INDIANAPOLIS — To understand “The Diviners,” the latest production from Casey Ross Productions, you need to have an understanding of mythology of divining water.
Divining, considered a gift from God, is the skill of being able to locate underground water with the use of a Y-shaped stick. When a diviner passes over a section of ground with water underneath, the stick points downward to the location of the water. This pseudoscience was used by farmers of the Midwest and the Great Plains in the early 1900s to find the best location for digging a well or planting crops on their homesteads.
“The Diviners,” written by Hoosier playwright Jim Leonard Jr. and directed by Casey Ross, tells the story of Buddy Layman, played movingly and artfully by Pat Mullen.
As a very young child, Buddy survived a near-drowning accident that claimed his mother and left Buddy with a deathly fear of water — but the gift of divination — which he demonstrates early in the show by helping farmer Basil Bennett (played by David Mosedale) locate a spot for a new well.
The audience is led to make the assumption that Buddy’s time underwater during the accident also left him brain-damaged. Buddy demonstrates his impairment by speaking of himself in the third person. Mullen’s characterization of him is inspired and endearing with his childlike innocence and a mannerism of looking up and askance at people who are talking to him.
Through his interaction with the other characters and his family, we come to understand that Buddy, in spite of his handicap and the fact that his fear of water keeps him from bathing, is a beloved member of the community for his gift of divination.
Another trait of Buddy’s is that he makes friends easily, and he quickly befriends C.C. Showers (played by Davey Pelsue), a wanderer up from Kentucky who is trying to break away from a long line of family preachers.
Showers works slowly to win Buddy’s trust and gradually introduce him to water in the hopes that he can overcome his fear.
The show, set in the early 1930s, struggles to convey the time period. The 1930s setting is integral, but some of the costuming, particularly for the women, seemed a little off. And although the accents were great, there was a modern edginess and tempo in the line delivery that just didn’t ring true to the 1930s.
The spare and representational wood plank set was adequate, but ultimately, it was the bluegrass and gospel seating music that went a long way toward creating the desired period piece feel.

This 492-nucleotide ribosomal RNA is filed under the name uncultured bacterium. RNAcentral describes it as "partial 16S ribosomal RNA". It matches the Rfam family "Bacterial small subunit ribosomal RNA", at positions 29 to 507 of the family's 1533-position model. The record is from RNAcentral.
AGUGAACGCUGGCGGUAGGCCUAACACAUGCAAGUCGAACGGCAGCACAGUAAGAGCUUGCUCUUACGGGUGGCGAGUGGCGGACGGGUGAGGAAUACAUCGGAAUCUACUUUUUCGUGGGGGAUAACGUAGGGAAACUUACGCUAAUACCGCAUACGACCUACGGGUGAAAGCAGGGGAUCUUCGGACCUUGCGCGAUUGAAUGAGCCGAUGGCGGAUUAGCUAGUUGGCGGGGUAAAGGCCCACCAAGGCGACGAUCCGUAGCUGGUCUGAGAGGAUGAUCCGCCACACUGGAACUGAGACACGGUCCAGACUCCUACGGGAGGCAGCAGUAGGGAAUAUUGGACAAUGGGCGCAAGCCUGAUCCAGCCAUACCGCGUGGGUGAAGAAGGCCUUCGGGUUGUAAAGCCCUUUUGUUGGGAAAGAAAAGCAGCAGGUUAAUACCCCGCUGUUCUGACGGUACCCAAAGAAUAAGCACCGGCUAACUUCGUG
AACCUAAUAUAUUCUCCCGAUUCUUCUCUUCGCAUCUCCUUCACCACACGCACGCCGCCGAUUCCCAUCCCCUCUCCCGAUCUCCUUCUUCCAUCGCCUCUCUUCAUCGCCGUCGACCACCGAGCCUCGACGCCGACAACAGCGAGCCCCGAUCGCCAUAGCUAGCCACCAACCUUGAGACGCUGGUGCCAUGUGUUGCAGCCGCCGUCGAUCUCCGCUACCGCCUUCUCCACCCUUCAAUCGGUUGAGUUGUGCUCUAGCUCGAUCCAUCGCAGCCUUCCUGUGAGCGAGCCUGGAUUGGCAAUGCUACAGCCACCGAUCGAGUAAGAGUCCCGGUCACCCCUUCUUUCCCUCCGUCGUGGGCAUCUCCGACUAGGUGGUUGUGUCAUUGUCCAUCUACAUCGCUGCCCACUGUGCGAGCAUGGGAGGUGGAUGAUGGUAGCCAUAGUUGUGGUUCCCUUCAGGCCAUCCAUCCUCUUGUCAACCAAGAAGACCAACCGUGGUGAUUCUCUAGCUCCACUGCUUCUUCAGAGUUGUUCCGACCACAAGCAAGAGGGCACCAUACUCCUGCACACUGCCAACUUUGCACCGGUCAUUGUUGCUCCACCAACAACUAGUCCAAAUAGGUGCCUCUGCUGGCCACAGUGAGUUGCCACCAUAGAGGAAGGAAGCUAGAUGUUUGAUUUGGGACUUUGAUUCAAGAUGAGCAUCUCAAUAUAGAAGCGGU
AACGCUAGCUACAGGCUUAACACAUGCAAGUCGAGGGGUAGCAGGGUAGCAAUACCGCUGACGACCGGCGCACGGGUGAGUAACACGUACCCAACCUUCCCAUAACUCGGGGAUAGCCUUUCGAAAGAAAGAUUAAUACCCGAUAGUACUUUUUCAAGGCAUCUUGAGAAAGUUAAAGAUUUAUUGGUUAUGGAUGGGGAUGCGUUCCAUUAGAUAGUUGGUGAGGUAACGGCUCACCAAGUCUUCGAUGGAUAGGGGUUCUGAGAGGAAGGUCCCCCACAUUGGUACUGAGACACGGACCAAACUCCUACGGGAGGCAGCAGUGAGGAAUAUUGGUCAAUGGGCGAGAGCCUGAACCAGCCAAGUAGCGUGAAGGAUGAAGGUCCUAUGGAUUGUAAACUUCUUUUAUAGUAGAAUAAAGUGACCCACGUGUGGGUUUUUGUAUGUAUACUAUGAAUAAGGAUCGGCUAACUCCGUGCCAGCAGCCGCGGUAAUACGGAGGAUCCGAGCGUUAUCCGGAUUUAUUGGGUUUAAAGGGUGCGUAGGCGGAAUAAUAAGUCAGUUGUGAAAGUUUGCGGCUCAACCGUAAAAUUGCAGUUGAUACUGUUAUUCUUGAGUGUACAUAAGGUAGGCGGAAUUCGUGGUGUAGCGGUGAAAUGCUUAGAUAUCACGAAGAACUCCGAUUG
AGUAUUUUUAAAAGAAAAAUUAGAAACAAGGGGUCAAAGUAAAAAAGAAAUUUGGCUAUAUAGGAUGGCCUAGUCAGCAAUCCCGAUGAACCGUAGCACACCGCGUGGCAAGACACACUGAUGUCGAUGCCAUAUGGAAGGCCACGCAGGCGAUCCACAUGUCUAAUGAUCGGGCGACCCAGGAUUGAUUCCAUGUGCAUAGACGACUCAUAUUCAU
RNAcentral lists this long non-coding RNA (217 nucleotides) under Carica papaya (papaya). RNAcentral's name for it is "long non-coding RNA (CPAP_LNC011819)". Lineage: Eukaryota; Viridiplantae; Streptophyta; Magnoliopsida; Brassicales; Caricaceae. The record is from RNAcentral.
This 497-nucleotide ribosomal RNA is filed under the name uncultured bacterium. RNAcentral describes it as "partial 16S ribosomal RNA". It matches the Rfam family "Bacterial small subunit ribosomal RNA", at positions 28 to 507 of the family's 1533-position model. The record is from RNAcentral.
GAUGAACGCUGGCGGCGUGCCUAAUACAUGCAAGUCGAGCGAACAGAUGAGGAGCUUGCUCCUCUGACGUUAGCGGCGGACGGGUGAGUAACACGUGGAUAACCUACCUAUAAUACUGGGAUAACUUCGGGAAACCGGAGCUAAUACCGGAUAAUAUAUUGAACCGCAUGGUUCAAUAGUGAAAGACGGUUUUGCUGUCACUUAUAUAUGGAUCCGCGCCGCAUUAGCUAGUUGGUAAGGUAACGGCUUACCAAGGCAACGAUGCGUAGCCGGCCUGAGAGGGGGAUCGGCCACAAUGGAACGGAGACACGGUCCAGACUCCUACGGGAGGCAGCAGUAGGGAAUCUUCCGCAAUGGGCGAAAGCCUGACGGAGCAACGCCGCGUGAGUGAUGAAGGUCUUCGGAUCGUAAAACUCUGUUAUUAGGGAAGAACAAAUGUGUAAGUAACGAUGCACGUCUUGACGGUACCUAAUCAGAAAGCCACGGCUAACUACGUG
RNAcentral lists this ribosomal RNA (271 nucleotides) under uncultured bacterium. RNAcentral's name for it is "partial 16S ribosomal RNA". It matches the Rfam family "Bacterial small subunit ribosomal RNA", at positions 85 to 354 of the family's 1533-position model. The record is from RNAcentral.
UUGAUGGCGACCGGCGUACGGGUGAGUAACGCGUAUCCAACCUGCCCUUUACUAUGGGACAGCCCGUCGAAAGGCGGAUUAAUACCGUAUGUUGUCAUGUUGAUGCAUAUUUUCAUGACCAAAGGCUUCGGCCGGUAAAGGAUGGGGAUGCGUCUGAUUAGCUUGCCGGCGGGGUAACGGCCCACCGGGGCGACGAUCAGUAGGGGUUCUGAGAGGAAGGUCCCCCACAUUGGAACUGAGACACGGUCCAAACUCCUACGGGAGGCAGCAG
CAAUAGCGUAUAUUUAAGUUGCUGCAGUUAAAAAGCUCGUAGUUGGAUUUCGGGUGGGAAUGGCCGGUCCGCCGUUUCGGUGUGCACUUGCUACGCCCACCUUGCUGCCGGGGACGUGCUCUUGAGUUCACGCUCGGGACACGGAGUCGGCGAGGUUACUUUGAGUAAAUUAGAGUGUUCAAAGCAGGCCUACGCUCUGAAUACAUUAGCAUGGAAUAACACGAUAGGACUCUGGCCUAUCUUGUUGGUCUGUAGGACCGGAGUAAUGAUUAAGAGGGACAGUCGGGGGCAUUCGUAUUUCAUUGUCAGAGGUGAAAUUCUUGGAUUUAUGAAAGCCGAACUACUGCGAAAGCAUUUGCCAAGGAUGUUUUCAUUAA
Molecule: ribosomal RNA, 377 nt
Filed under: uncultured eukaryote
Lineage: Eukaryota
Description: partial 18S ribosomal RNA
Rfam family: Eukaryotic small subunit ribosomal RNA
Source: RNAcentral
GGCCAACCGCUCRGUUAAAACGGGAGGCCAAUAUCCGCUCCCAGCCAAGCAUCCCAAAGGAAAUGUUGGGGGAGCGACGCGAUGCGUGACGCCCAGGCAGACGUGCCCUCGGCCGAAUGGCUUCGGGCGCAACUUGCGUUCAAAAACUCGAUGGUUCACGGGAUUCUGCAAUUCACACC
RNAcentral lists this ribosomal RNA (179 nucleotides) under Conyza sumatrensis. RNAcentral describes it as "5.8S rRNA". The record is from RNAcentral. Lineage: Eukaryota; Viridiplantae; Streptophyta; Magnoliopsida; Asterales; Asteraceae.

Zach Stonerock, a graduate of Eastern Hancock High School, delivered a wonderfully understated performance as Ferris Layman, Buddy’s father. With his greasy shirt and suspenders, the ever present rag in his hand from working on car engines, and a number subtle gestures and nuances, he created the most realistic performance of the evening.
Paige Scott’s portrayal of Norma Henshaw, the religious fanatic, was a chilling mash-up of Vicki Lawrence’s flat dry accent as Mama in “Mama’s Family” and the psychotic Annie Wilkes from Stephen King’s “Misery.” Henshaw was thrilled to have a new preacher in town (the previous minister left when the church burned down) and refused to take no for an answer when Showers declined the position.
This production features a lot of strong characters, but it isn’t always necessary for strong characters to engage in loud dialogue.
There were opportunities throughout the show for some quiet and tender scenes that were missed; in particular, the preacher’s confession and a romance scene between two of the characters. The dialogue lacked the softness of speech that would not have diminished the strength of their characters at all.
The production has some interesting quirks that in no way detract from the quality of the performance. First, the show began and ended with basically the same scene, so the audience knew from just about the time the lights went up what the outcome of the drama would be.
Secondly, some strange bits of playwriting create non sequitur vignettes among the supporting characters that seem to have nothing to do with the plot. These scenes may have been written by the playwright to add flavor to the 1930s setting or develop character, or to create a multi-layered plot, or maybe they were added to merely pad out the script to two hours.
The final scene — created entirely with lights (David C. Matthews), sound (Casey Ross) and strong performance — was worth the cost of admission. No spoilers, but, as Buddy said repeatedly throughout the show: “You can’t breathe underwater,” and the audience will hold its breath until the final curtain.